043 Growing Vegetables with Yvonne Savio

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Yvonne Savio is the Master Gardener Coordinator for UC Cooperative Extension in Los Angeles County. In this episode of the podcast we pick her brain about:

  • Why you should grow your own food.
  • Favorite vegetables.
  • How to harvest vegetables.
  • How to prepare a vegetable garden.
  • Making compost.
  • The problems with municipal compost.
  • Raised beds vs. growing in the ground.
  • Where to buy soil.
  • Testing soil.
  • How to irrigate vegetables in a drought.
  • Buried buckets for watering vegetables.
  • Seeds vs. seedlings.
  • Succession planting.
  • How to plant seedlings.
  • The website and calendar that Yvonne is putting together.
  • Grow LA Victory Garden Program

You can reach Yvonne at [email protected]

If you want to leave a question for the Root Simple Podcast please call (213) 537-2591 or send an email to [email protected]. You can subscribe to our podcast in the iTunes store and on Stitcher. The theme music is by Dr. Frankenstein. Additional music by Rho. A downloadable version of this podcast is here.

Are Rubber Mulches or Tires in the Garden a Good Idea?

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Rubber mulches are used both as a soil cover and underneath artificial turf. Is this a good idea? According to “Garden Professor” Linda Chalker-Scott, the answer is no. She has a new fact sheet on the subject which concludes,

Rubber mulches can be attractive, easy to find and apply, and may not need frequent re-application. However, there are significant problems associated with using these mulches. In the short term, rubber mulch is not as effective as other organic mulch choices in controlling weeds. Furthermore, rubber mulches can attract insects (e.g., cockroaches), and they are highly flammable. In the long term, decomposing rubber mulch releases heavy metals and organic chemicals with unknown effects on human and environmental health. Other organic mulch choices, especially wood chips, are better performers and pose none of the environmental risks attributed to rubber mulch.

One of the principle plant toxins leached by rubber mulch is zinc. We have personal experience with zinc phytotoxicity in our own yard due to air pollution in Los Angeles (many years worth of brake linings blowing around and settling on the soil). I suspect that many of our gardening frustrations are related to our zinc problem.

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What about the use of whole tires in the garden, such as for planters or compost bins? According to a report by an environmental consultant sent to me by Mark, a Root Simple reader, whole tires do not seem to be a problem (at least in aquatic contexts). So it seems that we should keep those tires whole rather than shred them.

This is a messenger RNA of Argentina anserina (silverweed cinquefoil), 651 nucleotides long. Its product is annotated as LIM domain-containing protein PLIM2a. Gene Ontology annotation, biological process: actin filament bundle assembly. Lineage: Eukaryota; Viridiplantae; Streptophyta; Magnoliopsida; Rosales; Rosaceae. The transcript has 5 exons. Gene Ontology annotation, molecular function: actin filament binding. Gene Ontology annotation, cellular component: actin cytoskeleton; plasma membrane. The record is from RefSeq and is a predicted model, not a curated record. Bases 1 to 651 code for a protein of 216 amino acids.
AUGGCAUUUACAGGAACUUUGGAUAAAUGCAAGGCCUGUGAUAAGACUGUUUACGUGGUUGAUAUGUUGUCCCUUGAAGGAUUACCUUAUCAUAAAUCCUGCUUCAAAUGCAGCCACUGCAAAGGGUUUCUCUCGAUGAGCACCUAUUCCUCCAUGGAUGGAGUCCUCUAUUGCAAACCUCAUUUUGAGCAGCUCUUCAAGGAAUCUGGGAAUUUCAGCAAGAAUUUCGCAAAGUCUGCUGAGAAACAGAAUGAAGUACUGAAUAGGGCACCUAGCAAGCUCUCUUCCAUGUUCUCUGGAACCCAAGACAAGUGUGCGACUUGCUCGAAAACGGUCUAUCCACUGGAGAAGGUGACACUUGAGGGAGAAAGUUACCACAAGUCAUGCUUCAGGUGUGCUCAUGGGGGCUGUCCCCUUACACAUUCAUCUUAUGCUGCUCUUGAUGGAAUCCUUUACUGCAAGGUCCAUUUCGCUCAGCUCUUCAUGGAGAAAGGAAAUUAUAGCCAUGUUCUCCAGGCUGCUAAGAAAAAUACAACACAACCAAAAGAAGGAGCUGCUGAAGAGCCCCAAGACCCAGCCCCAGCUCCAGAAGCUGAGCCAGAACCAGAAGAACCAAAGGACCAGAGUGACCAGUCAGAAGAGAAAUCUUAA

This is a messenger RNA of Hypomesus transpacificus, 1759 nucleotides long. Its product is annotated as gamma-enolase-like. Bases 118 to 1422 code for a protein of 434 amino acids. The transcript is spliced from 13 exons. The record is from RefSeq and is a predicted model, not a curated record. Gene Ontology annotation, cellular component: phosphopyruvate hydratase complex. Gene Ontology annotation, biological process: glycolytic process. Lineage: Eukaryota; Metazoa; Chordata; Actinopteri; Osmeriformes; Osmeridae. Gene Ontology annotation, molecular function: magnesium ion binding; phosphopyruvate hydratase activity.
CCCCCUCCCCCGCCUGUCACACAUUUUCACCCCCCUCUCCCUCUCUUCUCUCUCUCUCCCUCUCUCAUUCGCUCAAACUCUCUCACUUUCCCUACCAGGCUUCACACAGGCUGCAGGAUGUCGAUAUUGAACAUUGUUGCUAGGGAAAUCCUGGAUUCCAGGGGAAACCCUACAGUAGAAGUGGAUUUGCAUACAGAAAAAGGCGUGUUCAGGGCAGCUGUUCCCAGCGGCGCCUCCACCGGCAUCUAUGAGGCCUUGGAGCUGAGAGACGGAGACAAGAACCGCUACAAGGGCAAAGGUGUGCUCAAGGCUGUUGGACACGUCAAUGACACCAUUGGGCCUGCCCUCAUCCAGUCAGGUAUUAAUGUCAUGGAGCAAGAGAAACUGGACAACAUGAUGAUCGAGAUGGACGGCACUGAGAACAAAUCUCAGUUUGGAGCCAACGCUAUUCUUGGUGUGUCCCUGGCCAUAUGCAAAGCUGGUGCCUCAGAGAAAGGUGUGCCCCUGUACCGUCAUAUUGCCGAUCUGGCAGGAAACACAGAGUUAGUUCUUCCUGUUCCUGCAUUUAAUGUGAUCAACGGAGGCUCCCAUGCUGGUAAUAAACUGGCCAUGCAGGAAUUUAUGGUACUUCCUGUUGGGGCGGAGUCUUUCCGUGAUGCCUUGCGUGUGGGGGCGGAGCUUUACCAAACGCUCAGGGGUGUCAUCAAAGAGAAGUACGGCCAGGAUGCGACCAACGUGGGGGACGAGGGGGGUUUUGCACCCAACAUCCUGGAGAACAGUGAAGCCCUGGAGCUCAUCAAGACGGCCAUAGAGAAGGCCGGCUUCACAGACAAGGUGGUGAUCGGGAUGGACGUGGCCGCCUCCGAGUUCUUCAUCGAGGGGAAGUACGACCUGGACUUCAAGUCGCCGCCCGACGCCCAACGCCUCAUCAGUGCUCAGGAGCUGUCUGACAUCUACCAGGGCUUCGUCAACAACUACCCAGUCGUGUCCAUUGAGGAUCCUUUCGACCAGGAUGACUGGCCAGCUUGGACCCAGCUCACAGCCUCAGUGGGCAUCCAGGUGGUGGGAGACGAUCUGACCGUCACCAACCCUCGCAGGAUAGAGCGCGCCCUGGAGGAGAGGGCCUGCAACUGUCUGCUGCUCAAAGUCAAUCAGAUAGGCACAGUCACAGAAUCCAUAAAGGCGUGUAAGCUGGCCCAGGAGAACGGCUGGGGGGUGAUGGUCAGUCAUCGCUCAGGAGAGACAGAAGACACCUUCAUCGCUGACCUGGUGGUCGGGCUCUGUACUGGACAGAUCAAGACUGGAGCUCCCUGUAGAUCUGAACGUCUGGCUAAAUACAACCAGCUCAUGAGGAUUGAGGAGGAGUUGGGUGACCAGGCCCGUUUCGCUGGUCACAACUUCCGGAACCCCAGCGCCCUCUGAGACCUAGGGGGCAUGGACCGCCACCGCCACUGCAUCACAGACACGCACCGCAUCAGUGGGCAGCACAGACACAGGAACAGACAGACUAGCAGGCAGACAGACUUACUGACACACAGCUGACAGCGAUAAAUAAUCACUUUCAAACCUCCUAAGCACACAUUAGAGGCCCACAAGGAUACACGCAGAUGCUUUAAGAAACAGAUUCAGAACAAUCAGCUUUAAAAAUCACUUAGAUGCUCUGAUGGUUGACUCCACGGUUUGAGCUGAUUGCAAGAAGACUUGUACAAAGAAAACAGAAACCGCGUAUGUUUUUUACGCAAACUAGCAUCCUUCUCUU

Picture Sundays: Agave Roast

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We had the great pleasure of attending a feast at the Malki Museum on the Morongo Reservation to sample a large assortment of Native American foods as well as celebrate the end of a agave harvest and roast. I’ll nudge Mrs. Homegrown to blog about it, but let’s just go over a few of the delicious items on this plate: agave, yucca, beavertail cactus, chola buds, two forms of acorn mush, venison, rabbit stew, fry bread and a salad with a white sage dressing. I didn’t get to the fried crickets in time!

Saturday Tweets: Trade Your House For an Entire Medieval Italian Village

042 The Tailpipe of Consumption

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Our guest this week is Kreigh Hampel, recycling coordinator for the city of Burbank, a city of over 104,000 people within Los Angeles County. The title of this podcast, “The Tailpipe of Consumption” is from Kreigh’s own words. I think, after listening to the show, you’ll appreciate why Kreigh, who has to deal with the damaging waste of our consumer lifestyle, is so concerned about our consumption and about the changes we all need to make to our lifestyles.

During the show we discuss:

  • The dangerous stuff people put in the recycling
  • Producer responsibility
  • How recycling enables waste
  • Master Recycler Program
  • Reduce, reuse, repair
  • How plastics are recycled
  • What the plastic number codes mean
  • The problem with #7 plastics
  • What happens to recycled plastics
  • What happens to paper
  • Styrofoam

Links:

Burbank Recycle Center website

Burbank Recycle Center on Facebook

If you want to leave a question for the Root Simple Podcast please call (213) 537-2591 or send an email to [email protected]. You can subscribe to our podcast in the iTunes store and on Stitcher. The theme music is by Dr. Frankenstein. Additional music by Rho. A downloadable version of this podcast is here.